Mactan airport champion neededBy Fernando Fajardo
Cebu Daily News
Last month, House Bill No. 6022 was approved on third and final reading by the Lower House. The Board of Airline Representatives (BAR), whose members include 30 air carriers that serve the Philippines, welcomed the approval.
The bill, which has Rep. Jerry I. Treñas of Iloilo City as the major sponsor, seeks to rationalize the airline tax regime in the Philippines by removing the 3 percent common carriers tax. This tax is believed to be the major reason behind the slow development in international air connectivity of the Philippines. Also included in the Lower House-approved bill is the removal of the 2.5 percent gross Philippine billings based on reciprocity.
A counterpart measure was filed at the Senate by Sen. Ralph G. Recto, chairman of the Senate ways and means committee. After the public hearing conducted last February, a substitute bill may be filed once the committee receives the comments of the Department of Finance.
BAR First Vice Chair Steven Crowdey said that they support the tourism agenda of President Benigno Aquino III to promote inclusive growth and hoped that the bill will be certified urgent by the Office of the President and passed under the current 15th Congress. For a decade now, the BAR had been advocating changes in Philippine government policy that affected negatively the operation of foreign airlines in the country. It is hoped that the change in policy direction will finally happen under the present administration to signal that the Philippines is truly open to global airline business and investments.
Cees Ursem, regional manager for KLM in the Philippines and the Far East, also welcomed this new development and looks forward to the final implementation of abolishing these taxes for the benefit of tourism, trade and the network of overseas Filipinos. KLM, the lone European carrier with online operations, terminated its direct flights in March 2012 due to the negative impact of taxes which made the Philippines the most expensive destination for international airlines in the region.
Accordingly, there is a strong demand for capacity but under the current policy regimes airlines with extensive global networks have either left the Philippines or shifted capacity which benefited our neighbors’ tourism and trade. The final approval of the bill by both houses is seen to benefit the domestic and regional networks of Philippine carriers and contribute to generating business opportunities for Filipinos in tourism, aviation and allied services.
So far, good but what is this latest news of the government ordering local airlines to cut their flights out of Manila by as much as 30 percent? The order was contained in a directive that was aimed at easing congestion at the Ninoy Aquino International Airport (Naia), the country’s premiere international airport. The order did not touch at all the private jets and “fish run” operators, which supposedly take up about 18 percent of Naia’s capacity.
According to Transportation Secretary Mar Roxas, the airlines, knowing the flight limitations of the Naia runway and realizing that their scheduled flights exceed the runway safety limits, have voluntarily hired and subjected themselves to a common independent flight scheduler. Roxas said the independent company removed many peak-hour flights and moved these to off-peak hours. But if many peak-hours flights could be moved to off-peak hours, why the order to cut by 30 percent the flights of local airlines from Naia?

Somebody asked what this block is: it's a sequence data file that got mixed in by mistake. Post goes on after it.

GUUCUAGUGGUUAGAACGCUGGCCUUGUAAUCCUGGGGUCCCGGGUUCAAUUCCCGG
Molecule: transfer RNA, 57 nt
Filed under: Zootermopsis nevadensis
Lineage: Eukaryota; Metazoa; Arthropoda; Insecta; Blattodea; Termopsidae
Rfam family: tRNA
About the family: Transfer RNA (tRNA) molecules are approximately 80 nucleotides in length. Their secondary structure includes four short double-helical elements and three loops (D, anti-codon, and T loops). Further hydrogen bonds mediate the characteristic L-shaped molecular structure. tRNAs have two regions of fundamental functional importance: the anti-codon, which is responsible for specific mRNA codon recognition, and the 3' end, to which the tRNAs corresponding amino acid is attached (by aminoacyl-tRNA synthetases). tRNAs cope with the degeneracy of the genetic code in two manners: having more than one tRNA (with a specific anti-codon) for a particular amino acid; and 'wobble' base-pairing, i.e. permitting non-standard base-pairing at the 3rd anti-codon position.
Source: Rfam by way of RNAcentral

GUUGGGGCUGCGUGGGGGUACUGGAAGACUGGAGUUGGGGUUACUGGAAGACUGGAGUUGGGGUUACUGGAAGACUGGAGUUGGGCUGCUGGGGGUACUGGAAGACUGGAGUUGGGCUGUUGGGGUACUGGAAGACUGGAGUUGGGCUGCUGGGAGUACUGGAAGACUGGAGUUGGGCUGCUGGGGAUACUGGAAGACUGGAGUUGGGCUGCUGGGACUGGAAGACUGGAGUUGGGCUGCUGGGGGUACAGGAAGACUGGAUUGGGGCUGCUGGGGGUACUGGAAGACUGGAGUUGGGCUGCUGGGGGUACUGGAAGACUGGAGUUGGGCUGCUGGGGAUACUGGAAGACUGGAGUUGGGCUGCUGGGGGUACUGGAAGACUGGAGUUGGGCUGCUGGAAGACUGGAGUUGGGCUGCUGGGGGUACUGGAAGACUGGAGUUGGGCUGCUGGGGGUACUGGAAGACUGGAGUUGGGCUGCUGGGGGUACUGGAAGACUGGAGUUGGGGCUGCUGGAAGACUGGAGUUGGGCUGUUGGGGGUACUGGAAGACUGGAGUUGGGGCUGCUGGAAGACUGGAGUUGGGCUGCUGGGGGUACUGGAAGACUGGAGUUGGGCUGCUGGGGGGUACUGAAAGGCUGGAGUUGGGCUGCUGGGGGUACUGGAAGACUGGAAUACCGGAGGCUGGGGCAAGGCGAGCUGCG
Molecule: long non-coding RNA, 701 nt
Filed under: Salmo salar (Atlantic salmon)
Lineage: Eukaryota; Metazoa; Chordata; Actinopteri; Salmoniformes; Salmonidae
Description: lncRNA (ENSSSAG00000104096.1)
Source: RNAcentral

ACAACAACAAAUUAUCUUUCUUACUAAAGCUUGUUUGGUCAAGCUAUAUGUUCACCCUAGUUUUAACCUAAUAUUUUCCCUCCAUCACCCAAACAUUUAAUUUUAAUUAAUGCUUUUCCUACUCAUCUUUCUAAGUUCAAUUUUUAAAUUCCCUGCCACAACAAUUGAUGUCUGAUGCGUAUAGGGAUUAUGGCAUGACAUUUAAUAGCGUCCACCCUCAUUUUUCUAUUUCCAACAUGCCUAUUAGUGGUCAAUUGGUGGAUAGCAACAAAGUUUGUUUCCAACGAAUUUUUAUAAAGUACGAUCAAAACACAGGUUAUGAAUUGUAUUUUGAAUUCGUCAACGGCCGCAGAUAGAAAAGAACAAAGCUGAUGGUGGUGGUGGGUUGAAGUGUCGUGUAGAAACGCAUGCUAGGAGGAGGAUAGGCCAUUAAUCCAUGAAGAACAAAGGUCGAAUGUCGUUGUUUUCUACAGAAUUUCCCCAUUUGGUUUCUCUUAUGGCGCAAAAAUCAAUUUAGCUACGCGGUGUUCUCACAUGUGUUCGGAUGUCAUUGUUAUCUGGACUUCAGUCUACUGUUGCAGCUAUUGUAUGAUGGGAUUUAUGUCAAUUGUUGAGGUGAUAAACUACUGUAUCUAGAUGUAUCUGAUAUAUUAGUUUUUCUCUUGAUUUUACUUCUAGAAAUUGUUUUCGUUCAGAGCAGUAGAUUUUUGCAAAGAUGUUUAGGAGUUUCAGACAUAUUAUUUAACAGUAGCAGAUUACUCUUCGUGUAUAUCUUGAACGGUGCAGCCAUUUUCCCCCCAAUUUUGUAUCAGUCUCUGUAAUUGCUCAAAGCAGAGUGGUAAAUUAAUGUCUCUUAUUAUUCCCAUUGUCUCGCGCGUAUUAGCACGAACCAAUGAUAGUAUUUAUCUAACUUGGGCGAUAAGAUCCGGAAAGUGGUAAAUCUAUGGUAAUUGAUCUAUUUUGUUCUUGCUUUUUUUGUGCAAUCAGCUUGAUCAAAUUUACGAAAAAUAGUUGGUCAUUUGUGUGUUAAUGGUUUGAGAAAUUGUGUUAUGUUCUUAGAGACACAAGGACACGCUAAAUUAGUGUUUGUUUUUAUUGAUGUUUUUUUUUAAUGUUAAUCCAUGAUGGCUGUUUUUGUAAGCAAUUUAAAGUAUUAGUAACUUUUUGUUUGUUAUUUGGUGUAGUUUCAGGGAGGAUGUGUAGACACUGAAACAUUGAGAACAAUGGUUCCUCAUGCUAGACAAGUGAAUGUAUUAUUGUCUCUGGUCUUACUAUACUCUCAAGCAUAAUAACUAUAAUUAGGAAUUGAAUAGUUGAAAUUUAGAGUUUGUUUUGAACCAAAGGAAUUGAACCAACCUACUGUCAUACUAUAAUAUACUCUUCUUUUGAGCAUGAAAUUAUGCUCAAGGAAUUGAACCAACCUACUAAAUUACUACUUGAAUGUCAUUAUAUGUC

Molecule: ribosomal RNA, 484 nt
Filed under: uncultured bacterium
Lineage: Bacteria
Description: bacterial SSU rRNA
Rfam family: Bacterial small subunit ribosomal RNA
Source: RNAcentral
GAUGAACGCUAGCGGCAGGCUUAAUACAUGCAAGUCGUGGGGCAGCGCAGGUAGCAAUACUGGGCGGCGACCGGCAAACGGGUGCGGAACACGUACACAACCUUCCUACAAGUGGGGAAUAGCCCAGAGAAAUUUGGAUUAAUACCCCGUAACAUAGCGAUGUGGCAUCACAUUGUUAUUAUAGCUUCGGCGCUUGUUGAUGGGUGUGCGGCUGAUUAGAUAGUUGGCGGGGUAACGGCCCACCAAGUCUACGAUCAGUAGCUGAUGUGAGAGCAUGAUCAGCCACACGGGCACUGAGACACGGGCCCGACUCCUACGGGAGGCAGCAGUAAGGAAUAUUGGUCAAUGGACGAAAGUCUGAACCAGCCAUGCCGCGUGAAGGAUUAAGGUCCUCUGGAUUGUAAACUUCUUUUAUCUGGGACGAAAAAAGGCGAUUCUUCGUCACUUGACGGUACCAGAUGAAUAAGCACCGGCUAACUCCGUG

Not a few are having headaches with this order. For one, Alfredo Herrera, vice president for marketing of Zest Airways, said the move was ill-advised. He proposed instead that general aviation be moved out of Naia. He said that general aviation, which at Naia mostly involved private jet owners and operators of fish runs which bring in fresh fish from around the country, could be relocated to Sangley Point across Manila Bay. According to him, asking airlines to cut their flights was a classic example of the government looking out for the interests of the few at the expense of the many.
Going forward, more flights from abroad can be expected to come to Naia based on P-Noy’s serious plan to promote tourism in the country. The more international flights there are at Naia, the more local connecting flights will be needed. How is the order to cut domestic flights from Naia coherent with the country’s tourism promotion policy?
To decongest Manila, there is also a move to transfer eventually the main gateway of the country at Naia to Clark in Pampanga. This means putting in more money to develop further the airport facilities at Clark and the needed infrastructure to provide a new and faster links between Metro Manila and Clark. For people in the north, especially for their tourism, that may be good but what does it mean for those in the south?
The more sensible way is to develop on equal terms as Clark the facilities at Mactan Cebu International Airport, including the much needed direct link between Mactan Island and Cebu City that would bypass crowded areas in Mandaue City. Who is championing this for Cebu?
More from this Column:
- Cebu and Apec 2015
- Birth of the first Philippine Republic
- Journey through Cebu, 1907
- Next year’s growth forecast